Google Classroom Add-Ons!

Google has just unveiled Add-Ons for Google Classroom. 📚

Now, before I go too far, I want to point out – these are only for educators on the Google Workspace for Education Plus edition or the Teaching & Learning Upgrade. If you’re in the free Google Workspace for Education Fundamentals or the lowest paid version, called Education Standard, you won’t have these Add-Ons.  Don’t cry too much – you can still use all of these tools, just without the added convenience of the Classroom Add-Ons.

While those users cry in their Cheerios, I’ll talk to those of you who are in those special accounts about what you’re getting. ⬇️

Google has partnered with 18 different tools to make it easier to assign stuff from their tools within Classroom.

Those tools include Edpuzzle, Kahoot!, PBS Learning Media, Google Play Books, Sora, Newsela, Safari Montage, Google Arts and Culture, IXL, cK-12, BookWidgets, Adobe Express, WeVideo, Formative, Pear Deck, Nearpod, Wordwall, and Genially.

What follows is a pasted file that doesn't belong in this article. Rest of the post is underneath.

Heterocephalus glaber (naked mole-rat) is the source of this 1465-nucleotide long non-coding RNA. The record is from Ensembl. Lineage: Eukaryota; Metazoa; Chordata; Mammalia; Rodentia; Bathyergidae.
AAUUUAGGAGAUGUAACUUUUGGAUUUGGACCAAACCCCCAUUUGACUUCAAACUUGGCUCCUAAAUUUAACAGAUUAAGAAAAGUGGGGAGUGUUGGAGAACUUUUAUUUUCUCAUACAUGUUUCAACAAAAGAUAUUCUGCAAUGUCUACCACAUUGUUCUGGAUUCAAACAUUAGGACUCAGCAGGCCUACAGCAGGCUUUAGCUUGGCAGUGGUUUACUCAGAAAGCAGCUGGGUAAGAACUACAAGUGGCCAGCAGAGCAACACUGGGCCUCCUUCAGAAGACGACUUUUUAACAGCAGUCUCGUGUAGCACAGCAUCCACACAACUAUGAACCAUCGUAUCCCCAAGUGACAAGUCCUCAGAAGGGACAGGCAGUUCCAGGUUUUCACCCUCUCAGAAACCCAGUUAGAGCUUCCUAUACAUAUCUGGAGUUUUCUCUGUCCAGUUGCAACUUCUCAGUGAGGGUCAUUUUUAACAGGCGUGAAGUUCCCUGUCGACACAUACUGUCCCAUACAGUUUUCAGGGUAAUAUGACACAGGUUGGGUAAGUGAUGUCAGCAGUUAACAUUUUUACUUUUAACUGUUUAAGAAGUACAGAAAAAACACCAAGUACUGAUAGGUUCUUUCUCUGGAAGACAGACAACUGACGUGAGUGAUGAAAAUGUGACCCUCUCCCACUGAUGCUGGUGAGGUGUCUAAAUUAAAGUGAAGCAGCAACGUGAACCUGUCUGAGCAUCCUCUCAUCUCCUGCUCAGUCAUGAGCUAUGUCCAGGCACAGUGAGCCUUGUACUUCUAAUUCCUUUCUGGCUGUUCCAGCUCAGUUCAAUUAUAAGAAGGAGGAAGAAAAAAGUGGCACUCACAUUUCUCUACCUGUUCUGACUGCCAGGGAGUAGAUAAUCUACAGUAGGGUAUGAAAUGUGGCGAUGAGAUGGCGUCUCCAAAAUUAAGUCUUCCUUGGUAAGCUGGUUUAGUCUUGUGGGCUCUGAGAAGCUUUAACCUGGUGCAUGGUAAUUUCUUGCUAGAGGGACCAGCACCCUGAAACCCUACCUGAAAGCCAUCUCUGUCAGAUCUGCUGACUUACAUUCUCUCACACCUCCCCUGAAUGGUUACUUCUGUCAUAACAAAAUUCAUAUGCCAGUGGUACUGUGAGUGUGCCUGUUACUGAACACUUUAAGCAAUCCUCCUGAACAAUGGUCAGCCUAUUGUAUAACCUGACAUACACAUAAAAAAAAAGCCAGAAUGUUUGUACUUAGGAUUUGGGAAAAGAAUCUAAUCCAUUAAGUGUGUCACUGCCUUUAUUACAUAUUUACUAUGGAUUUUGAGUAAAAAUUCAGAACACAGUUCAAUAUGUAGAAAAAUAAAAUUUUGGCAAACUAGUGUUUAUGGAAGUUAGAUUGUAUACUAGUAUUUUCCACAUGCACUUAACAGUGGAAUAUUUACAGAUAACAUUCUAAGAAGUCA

On the student end, this is nice because these tools become easy, one-click logins from within Google Classroom. The less jumping around we make our students do, the better.

On the teacher end, assigning things is streamlined, but the real bonus is the grading piece. While some tools – like Edpuzzle – have long synced grades into Classroom others – like Pear Deck – have not. Now you can access many of those tools with that trademark grading sidebar right there. So, you can enter grades into Classroom while looking at the actual tool. Plus, more of them now sync like Edpuzzle has for a while.

⬇️Let’s take a peek at a few of these.